Arguments that imply that the Talking Heads’ Stop Making Sense is not, in fact, the best concert film ever made are hard to accept, but a YouTube video from Will Schoder does a good job of making the case for, at the least, a clear runner-up, The Last Waltz.
While the most obvious reason to celebrate Martin Scorsese’s look at The Band’s farewell shows is the quality of the songs performed (and a guest list that stretches from Dr. John and Joni Mitchell to Neil Young and Muddy Waters), Schoder goes a bit further into why the film resounds. He looks at the historical context of The Band’s final performances and notes that by 1978, the year of The Last Waltz’s release, The Band was an act whose music was soon to become out of step with a popular culture moving on to newly emerging genres like glam, punk, and hip-hop.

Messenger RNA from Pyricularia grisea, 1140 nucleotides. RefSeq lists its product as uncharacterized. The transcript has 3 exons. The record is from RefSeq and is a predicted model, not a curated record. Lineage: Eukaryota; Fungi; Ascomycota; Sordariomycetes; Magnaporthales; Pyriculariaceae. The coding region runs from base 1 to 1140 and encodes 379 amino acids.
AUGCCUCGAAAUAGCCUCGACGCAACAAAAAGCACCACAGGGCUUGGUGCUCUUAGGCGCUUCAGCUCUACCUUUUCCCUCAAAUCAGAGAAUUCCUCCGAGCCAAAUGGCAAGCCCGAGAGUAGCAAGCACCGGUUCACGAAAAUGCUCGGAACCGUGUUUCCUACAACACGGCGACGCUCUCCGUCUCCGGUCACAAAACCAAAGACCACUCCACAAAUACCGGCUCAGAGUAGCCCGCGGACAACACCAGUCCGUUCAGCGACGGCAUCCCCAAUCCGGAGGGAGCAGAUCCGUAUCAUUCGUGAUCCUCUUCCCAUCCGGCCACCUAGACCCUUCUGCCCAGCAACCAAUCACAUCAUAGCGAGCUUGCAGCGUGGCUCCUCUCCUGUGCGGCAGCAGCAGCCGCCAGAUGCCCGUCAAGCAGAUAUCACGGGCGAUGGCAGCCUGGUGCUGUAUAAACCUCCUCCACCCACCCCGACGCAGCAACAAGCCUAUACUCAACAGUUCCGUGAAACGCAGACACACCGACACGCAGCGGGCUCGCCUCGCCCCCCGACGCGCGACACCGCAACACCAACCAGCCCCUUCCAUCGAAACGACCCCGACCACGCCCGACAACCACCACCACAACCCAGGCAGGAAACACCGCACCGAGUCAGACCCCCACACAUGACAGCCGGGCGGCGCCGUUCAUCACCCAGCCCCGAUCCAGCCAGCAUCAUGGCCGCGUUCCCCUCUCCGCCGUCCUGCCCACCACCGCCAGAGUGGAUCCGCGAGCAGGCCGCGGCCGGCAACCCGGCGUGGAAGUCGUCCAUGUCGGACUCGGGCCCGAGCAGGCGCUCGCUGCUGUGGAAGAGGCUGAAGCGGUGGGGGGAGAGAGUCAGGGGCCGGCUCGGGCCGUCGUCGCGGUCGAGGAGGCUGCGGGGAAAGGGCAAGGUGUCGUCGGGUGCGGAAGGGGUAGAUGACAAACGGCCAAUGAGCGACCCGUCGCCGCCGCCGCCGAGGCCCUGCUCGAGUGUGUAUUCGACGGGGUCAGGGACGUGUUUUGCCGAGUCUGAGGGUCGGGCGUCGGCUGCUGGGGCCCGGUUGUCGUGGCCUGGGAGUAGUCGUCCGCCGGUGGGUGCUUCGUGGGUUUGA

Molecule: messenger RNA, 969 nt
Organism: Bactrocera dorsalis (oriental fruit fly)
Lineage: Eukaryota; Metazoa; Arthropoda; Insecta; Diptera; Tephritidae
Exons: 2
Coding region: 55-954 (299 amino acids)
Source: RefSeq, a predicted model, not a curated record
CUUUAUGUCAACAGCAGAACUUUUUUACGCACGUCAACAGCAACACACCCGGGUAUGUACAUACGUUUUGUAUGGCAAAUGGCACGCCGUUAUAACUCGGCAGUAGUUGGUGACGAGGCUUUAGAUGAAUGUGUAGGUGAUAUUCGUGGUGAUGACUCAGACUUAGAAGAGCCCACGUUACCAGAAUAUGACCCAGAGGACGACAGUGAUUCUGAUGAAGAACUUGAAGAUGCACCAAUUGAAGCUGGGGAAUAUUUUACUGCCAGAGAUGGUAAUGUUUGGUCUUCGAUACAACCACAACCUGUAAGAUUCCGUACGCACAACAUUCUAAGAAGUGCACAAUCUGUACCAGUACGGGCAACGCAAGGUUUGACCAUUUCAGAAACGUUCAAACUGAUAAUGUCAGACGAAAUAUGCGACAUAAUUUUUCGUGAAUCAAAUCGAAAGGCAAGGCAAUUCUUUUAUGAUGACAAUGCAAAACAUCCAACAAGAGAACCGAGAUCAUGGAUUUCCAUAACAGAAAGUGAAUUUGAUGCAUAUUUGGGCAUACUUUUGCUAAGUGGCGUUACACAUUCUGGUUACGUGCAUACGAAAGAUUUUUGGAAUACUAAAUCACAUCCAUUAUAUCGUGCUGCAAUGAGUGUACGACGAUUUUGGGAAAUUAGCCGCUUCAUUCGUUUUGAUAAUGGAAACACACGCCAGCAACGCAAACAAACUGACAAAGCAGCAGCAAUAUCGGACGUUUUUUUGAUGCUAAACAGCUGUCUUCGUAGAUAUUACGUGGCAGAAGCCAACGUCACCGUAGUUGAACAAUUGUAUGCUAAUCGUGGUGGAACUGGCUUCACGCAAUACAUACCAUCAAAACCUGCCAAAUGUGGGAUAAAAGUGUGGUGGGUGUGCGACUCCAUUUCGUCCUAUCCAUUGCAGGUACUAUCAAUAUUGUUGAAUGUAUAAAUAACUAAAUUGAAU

His video also highlights the inherent melancholy of a band playing what it and the audience know is its last outing. Drawing on the film’s interviews and the order of its set list, Schoder looks at how The Last Waltz acknowledges and celebrates the inherently transient nature of success as a musical act, the exhaustion of being a professional performer on the road, and just getting older in general.
It’s a solid argument that’s hard to ignore, although many would argue it is, ultimately, undermined by a single lively performance captured by Jonathan Demme. Still, The Last Waltz deserves this glowing appraisal, even if you still place it at number two.